The first time I saw a photograph of it, I remember feeling that I had to see Hierve el Agua in person. Nestled amid the rugged desert mountains of the state of Oaxaca stand two sheer cliffs that seem to melt, in yellow rivulets, into the valley below. For millennia, Hierve el Agua’s natural springs have calcified its travertine cliff faces, creating this illusion of a petrified waterfall. It is one of only a few natural wonders of its kind in the world (other calcified pool formations include terraced thermal springs in Pamukkale, Turkey and Sichuan, China). At the top of the falls, natural and man-made pools make for jaw-dropping views and a welcome place to cool off in Oaxaca’s punishing daytime sun.
But that was before March 2021, when the wonder of Hierve el Agua was closed off amid a decades-long conflict between the site’s neighboring indigenous communities and the Oaxacan government. I visited Oaxaca City—less than two hours west of Hierve el Agua—in late February on a 12-seat prop plane from the coast, where I had been living with my partner and our dog. Amid the pandemic, I touched down in a Oaxaca unlike the one that tops so many must-visit lists. The city’s major sites were a patchwork of open and closed, and Hierve el Agua was one of the latter. Unlike Oaxaca’s museums, which were closed due to COVID-19, however, locals say Hierve el Agua is most likely shuttered for good.
Why Hierve el Agua closed
As Oaxaca’s star has risen over the last decade, so has the popularity of Hierve el Agua. In 2015, tourist arrivals in Oaxaca increased 20 percent over the previous year, and the number of annual visitors has stayed firmly above 1 million ever since (pandemic-era figures are still not available). According to the president Bulmaro Olivera Garcia of the land affairs committee in the San Lorenzo Albarradas municipality, where Hierve el Agua is located, the stunning site drew anywhere from 2,500 people to 7,000 people per day pre-pandemic.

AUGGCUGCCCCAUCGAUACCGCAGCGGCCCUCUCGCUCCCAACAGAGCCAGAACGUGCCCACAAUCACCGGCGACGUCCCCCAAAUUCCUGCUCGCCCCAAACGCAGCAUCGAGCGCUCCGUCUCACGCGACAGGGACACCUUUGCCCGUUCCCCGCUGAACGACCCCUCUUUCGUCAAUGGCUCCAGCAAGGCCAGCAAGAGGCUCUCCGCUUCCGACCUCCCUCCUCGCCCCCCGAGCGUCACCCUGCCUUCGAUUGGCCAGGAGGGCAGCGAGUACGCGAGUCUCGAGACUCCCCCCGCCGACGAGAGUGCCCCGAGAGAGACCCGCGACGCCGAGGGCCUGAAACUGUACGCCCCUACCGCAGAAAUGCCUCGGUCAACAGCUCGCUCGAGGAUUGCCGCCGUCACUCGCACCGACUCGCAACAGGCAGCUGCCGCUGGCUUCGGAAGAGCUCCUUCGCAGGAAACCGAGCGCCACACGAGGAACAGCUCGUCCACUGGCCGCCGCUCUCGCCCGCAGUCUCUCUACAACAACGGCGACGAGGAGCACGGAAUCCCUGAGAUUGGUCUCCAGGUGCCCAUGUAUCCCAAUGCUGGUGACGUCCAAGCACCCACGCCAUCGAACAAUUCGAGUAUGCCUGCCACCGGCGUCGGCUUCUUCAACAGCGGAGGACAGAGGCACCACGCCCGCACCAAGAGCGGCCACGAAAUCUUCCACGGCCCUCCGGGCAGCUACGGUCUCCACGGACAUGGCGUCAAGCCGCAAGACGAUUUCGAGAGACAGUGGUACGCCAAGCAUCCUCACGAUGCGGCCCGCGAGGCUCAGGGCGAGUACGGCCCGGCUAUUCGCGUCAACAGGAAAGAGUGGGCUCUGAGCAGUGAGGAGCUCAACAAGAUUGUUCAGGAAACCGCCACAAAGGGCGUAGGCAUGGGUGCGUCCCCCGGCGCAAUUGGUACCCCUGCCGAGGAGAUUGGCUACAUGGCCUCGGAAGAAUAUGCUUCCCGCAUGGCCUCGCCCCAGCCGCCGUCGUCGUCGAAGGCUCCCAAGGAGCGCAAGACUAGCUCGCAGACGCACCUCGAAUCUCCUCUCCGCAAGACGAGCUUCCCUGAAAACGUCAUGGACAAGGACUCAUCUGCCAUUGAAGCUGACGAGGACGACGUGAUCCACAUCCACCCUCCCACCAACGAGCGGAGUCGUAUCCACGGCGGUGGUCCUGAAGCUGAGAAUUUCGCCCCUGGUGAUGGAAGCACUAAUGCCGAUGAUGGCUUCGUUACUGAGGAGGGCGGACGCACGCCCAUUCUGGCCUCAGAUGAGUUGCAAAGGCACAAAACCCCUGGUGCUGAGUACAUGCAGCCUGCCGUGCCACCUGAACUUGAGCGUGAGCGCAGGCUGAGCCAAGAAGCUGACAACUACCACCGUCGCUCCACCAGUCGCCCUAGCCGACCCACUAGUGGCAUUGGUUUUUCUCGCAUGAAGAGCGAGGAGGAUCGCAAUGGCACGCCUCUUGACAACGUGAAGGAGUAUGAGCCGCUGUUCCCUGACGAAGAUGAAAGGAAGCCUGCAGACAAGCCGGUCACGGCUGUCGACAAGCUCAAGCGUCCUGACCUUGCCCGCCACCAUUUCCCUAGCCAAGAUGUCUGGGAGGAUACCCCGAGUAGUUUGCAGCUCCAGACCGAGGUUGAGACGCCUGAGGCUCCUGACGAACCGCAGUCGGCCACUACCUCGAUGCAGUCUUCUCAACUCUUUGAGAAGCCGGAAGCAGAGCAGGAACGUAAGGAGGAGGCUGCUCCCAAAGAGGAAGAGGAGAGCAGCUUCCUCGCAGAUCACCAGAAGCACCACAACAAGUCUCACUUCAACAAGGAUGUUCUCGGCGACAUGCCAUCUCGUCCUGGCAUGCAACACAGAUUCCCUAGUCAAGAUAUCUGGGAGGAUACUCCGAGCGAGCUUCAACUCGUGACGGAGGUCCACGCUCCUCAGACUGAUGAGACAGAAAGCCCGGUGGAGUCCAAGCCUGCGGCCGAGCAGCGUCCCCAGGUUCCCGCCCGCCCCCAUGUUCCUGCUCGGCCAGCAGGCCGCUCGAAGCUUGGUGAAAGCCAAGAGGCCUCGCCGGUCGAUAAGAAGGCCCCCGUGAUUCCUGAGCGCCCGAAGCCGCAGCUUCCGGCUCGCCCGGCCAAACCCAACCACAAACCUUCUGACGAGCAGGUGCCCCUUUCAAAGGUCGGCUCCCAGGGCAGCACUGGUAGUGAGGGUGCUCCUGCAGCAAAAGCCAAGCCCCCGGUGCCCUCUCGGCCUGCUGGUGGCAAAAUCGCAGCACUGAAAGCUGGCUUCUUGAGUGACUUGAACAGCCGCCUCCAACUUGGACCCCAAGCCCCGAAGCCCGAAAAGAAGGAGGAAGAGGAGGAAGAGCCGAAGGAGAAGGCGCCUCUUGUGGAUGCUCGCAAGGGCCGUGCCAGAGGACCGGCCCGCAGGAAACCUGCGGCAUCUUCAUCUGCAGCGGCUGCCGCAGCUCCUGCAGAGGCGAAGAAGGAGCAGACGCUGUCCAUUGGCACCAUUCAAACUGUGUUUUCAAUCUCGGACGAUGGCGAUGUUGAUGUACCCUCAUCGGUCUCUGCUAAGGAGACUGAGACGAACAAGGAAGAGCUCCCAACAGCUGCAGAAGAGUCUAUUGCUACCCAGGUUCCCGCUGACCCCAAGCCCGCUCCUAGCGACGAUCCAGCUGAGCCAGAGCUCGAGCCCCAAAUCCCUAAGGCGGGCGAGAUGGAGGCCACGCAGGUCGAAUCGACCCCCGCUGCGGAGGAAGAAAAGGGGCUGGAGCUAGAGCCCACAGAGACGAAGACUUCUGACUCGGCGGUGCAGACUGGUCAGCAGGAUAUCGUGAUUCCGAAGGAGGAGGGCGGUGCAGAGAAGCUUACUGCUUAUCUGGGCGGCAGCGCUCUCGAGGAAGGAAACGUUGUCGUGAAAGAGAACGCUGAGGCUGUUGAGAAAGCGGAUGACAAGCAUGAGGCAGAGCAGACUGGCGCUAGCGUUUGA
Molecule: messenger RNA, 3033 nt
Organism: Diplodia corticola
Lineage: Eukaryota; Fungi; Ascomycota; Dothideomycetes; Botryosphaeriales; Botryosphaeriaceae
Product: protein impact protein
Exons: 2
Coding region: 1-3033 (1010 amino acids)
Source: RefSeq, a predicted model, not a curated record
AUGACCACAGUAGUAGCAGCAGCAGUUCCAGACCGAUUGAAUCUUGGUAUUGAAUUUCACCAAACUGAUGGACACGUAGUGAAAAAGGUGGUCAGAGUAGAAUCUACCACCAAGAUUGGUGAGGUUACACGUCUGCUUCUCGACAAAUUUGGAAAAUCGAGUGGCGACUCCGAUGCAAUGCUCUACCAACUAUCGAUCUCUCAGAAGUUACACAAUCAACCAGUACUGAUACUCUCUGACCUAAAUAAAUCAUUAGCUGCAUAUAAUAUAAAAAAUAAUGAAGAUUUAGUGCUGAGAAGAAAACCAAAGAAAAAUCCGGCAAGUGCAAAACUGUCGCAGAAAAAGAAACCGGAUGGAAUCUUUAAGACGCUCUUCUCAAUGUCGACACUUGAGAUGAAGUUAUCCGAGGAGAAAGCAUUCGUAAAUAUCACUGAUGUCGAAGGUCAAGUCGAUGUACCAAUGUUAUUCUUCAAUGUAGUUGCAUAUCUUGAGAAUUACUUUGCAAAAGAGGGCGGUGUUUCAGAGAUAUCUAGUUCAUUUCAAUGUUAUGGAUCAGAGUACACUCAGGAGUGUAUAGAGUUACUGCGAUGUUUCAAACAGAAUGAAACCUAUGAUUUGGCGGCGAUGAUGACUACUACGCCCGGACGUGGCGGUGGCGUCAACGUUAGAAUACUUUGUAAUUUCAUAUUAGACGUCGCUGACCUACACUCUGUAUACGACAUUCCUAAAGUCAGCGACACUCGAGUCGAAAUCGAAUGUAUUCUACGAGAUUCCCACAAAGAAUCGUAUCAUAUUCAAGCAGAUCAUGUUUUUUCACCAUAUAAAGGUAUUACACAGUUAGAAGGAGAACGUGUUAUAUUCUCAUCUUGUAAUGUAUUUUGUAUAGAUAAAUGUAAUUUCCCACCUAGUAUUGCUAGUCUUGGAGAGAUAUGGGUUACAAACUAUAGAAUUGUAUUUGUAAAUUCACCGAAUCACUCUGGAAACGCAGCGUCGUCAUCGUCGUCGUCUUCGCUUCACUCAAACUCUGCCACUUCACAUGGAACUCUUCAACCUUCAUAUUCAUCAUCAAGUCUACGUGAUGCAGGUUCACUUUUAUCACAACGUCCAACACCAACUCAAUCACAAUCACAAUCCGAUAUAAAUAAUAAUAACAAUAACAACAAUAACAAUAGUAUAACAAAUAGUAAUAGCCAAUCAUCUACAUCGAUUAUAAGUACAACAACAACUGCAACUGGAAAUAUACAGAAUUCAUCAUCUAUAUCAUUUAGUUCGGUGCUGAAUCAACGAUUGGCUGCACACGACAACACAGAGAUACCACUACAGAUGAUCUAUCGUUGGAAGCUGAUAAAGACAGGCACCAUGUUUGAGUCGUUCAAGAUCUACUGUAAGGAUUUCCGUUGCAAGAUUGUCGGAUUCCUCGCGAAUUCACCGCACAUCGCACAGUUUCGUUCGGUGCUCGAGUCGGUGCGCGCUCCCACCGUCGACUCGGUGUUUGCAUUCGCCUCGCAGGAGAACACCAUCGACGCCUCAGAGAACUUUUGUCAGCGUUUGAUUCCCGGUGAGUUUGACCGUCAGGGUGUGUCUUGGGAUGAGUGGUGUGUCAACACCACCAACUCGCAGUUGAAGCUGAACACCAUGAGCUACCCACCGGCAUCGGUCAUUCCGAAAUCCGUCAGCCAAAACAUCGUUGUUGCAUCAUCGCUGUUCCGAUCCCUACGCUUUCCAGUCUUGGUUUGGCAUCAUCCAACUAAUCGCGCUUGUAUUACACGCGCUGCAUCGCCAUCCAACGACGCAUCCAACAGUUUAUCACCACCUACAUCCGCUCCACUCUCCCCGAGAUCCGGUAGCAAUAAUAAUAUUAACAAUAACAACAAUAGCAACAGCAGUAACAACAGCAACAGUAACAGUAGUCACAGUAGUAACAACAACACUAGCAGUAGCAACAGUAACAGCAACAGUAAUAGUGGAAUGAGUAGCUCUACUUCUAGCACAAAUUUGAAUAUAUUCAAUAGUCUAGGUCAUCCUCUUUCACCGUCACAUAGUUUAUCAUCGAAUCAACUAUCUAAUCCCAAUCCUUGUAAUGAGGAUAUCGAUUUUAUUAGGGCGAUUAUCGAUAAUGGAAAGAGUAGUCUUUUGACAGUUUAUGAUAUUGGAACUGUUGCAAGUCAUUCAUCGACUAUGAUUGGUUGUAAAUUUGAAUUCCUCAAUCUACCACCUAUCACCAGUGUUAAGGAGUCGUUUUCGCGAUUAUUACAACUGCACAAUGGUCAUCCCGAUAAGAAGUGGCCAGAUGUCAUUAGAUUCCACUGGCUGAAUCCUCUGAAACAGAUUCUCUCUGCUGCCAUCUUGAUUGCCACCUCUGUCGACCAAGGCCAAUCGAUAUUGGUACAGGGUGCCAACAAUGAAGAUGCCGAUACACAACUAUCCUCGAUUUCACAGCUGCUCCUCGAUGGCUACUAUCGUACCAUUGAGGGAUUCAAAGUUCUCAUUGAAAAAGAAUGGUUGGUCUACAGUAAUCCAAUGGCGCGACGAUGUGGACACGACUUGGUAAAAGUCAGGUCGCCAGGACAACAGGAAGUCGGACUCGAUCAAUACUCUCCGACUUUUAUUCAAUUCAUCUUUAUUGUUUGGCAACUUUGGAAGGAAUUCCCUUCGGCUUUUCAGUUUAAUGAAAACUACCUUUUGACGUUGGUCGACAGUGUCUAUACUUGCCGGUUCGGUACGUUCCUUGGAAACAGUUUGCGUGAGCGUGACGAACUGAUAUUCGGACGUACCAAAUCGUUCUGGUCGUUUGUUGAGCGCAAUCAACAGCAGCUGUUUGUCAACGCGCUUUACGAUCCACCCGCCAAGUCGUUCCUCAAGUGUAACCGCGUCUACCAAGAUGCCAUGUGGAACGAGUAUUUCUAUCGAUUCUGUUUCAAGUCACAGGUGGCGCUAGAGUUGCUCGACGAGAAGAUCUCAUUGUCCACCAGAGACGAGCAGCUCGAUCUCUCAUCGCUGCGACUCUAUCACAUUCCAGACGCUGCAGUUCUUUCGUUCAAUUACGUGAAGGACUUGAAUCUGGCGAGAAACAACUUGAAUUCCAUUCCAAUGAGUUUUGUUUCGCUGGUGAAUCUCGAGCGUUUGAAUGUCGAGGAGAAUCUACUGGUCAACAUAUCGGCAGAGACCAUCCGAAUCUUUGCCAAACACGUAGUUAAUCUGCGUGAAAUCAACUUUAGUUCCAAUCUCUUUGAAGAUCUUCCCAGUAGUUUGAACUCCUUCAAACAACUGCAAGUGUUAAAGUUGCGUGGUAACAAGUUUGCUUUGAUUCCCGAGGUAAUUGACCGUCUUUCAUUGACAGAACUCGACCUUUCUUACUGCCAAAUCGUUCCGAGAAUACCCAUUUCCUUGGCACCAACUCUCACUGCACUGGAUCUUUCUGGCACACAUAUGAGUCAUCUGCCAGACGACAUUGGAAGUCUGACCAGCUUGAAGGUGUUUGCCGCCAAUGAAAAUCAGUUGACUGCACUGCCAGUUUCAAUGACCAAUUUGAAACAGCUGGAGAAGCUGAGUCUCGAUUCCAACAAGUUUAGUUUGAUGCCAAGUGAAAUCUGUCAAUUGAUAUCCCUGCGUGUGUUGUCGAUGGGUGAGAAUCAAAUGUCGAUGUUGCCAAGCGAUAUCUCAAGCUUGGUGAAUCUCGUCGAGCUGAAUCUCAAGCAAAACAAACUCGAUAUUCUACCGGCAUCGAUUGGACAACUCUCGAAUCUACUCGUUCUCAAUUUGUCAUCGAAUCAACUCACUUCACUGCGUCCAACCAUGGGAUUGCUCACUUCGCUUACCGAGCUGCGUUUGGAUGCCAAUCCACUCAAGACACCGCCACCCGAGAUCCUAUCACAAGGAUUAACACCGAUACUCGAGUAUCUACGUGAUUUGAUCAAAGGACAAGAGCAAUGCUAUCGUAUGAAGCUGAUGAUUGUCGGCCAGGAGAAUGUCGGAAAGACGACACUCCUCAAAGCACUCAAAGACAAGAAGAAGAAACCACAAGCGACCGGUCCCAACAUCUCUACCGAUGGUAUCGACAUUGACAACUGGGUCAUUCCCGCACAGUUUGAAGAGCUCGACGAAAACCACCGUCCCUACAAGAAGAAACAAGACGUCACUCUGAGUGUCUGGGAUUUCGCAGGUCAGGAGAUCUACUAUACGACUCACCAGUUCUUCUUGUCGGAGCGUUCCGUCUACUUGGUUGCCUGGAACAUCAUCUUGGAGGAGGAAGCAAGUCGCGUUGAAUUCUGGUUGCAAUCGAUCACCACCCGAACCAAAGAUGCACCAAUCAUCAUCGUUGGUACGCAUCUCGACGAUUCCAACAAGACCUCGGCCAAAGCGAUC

The local community’s decision to close Hierve el Agua has come as a direct result of those visitor numbers. Lawyers for San Lorenzo Albarradas allege that Oaxaca’s state government has failed to deliver millions of pesos, collected from the site’s tourist entry fees, that were promised to its local community in an ongoing management dispute. Further, the town says that the state’s control of the site prevents any sustainable, equitable land development in the area, by depriving the municipality of funds that could reforest Hierve el Agua, protect cultural patrimony, and redevelop the largely impoverished area, which is home to just 3,000 people—many of whom are indigenous Zapotec and have inhabited this region for millennia.
The dispute about who is entitled to Hierve el Agua and its bounty has gone on for about 16 years, says Eder Salinas Cortes, lawyer for the local municipality of San Lorenzo Albarradas, who also alleges the state government has “enriched” itself at the expense of the people who live in the area. In addition to demanding funds from tourist entries go to the locals, Salinas Cortes and the town are also calling for conservation efforts at the site that they say “would offer a better experience for local and foreign tourists”—in addition to preserving it. In March, a private study was launched to investigate how much water from the site has been lost to deforestation and illegal aquifer use permitted by the state, revealing that roughly 80 percent of the water that keeps Hierve el Agua stunningly beautiful has dried up.